Bottom line: Patent damages for patent infringement can be whittled down in circumstances where the patented invention is directed to only one component of a multi-component system, or the claimed invention contains both conventional and inventive elements. To increase the damage award, the inventive component or the essential part of the invention should be characterized as the key to the market success of the infringing product. The Astrazeneca opinion discussed below shows that the damages calculation is intricately related to the realities of the business environment (i.e., generics, governmental approvals, partnerships, other related patents and companies) in invention’s field of endeavor.
In Astrazeneca v. Apotex (Fed. Cir. 2015), Astrazeneca (patent owner), at the District Court level, obtained damages for the entire market value for its patented omeprazole (brand name is Prilosec or Nexium) for treating acid-related gastrointestinal disorders even though the patent at issue was not related to omeprazole, the active ingredient (i.e., conventional element) but to the formulation containing omeprazole (i.e., novel combination). The reason is that but for the formulation, the active ingredient would not have been commercially successful, because prior art formulations were problematic with respect to shelf life and absorption by the patient. The Federal Circuit affirmed.
Under the entire market value rule, when minor elements of multi-component products are accused of infringement, a patent owner may assess damages based on the entire market value of the accused product only where the patented feature creates the basis for customer demand or substantially creates the value of the component parts. In Astrazeneca, the invention was not directed to a sub-component of a system. Rather, it was directed to a drug or active ingredient formulated to optimize shelf life and absorption by the patient, not a subcomponent of the drug. The Astrazeneca fact pattern was thus deemed different in that the normal paradigm of component-system is not applicable.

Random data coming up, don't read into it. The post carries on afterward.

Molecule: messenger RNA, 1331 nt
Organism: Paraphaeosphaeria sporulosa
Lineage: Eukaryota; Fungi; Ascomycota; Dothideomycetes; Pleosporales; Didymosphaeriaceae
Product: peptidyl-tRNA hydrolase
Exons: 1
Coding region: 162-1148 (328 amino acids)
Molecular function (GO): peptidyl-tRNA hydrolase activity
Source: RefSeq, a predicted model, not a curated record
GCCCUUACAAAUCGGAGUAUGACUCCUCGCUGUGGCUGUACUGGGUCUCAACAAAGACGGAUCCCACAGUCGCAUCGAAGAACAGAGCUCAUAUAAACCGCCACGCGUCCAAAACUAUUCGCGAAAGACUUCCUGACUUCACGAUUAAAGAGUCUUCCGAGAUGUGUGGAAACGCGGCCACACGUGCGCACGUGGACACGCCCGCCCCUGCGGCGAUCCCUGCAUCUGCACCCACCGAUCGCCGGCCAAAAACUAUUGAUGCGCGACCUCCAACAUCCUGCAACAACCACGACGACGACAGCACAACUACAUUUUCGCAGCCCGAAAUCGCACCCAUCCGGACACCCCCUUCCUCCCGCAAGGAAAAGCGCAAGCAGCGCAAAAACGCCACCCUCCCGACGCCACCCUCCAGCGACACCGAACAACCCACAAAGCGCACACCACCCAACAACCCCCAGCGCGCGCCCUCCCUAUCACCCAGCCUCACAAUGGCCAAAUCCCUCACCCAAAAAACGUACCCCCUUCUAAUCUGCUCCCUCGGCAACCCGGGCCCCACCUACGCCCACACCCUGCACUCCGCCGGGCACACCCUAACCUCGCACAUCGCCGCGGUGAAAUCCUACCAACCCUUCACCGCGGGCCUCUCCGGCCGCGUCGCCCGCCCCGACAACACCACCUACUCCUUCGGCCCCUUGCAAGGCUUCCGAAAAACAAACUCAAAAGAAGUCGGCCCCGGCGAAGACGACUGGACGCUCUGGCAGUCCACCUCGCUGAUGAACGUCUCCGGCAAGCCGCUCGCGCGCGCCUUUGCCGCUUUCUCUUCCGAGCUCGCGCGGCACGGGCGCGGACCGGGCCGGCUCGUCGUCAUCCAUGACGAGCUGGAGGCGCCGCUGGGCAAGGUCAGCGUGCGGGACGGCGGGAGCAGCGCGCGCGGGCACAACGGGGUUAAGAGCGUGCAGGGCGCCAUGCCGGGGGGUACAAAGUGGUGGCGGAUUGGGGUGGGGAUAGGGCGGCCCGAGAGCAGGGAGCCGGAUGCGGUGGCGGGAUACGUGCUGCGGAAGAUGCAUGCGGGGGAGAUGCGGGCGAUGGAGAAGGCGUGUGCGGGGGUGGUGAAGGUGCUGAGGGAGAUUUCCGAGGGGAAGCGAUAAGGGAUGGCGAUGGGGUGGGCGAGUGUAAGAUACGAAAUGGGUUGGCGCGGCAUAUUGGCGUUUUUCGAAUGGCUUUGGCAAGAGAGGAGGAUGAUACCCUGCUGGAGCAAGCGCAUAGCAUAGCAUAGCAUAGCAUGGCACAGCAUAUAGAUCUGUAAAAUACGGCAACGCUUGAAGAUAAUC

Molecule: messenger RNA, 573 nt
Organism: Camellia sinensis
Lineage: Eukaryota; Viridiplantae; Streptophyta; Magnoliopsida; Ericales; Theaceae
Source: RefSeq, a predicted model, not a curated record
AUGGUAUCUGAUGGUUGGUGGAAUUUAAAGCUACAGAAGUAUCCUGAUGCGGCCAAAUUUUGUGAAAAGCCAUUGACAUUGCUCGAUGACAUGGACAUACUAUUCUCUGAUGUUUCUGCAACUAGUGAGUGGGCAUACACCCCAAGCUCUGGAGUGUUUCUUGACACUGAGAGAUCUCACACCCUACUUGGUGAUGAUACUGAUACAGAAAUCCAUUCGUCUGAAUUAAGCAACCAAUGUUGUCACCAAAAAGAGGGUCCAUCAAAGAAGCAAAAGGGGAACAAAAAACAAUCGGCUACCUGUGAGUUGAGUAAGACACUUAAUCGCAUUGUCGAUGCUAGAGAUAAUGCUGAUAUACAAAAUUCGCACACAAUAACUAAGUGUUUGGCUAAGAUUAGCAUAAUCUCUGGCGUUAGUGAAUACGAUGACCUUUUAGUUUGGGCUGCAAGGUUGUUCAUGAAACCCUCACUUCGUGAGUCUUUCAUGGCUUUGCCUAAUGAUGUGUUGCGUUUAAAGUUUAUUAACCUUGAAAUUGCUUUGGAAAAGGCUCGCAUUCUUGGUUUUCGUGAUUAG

Nevertheless, the Federal Circuit indicated that a similar inquiry must be made. In particular, when a patent covers an infringing product as a whole, and the claims recite both conventional elements and unconventional elements, the court must determine how to account for the relative value of the patented invention in comparison to the value of the conventional elements recited in the claim, standing alone. The law does not want to over compensate the patent owner by calculating damages based on the whole when the patented invention added only minor value to the product as a whole. The patent owner should only be compensated for the approximate incremental benefit derived from the invention.
In Astrazeneca, the question to determine such incremental benefit is based on how much new value was created by the novel combination, beyond the value conferred by the conventional elements alone. The patented formulation substantially created the value of the entire omeprazole product. That was because, despite the effectiveness of omeprazole, it was too difficult to formulate. Omeprazole is most effective when absorbed by the small intestine, but it is highly susceptible to degradation in the acidic environment of the stomach. In order to deliver the active ingredient to the part of the human body where it can take effect, scientists had to develop a formulation that would allow the drug to pass through the stomach and be absorbed by the small intestine, while ensuring adequate shelf life in a drug that is sensitive to heat, moisture, organic solvents, and light.
By inventing a structure in which a sub-coating separates the drug core, and thus the alkaline reacting compounds from the enteric coating, and finding the right subcoating material, Astrazeneca was able to achieve both storage stability and acid resistance. That combination of features made it possible for drug manufacturers to successfully commercialize omeprazole. Astrazeneca’s formulation thus created a new, commercially viable omeprazole drug.
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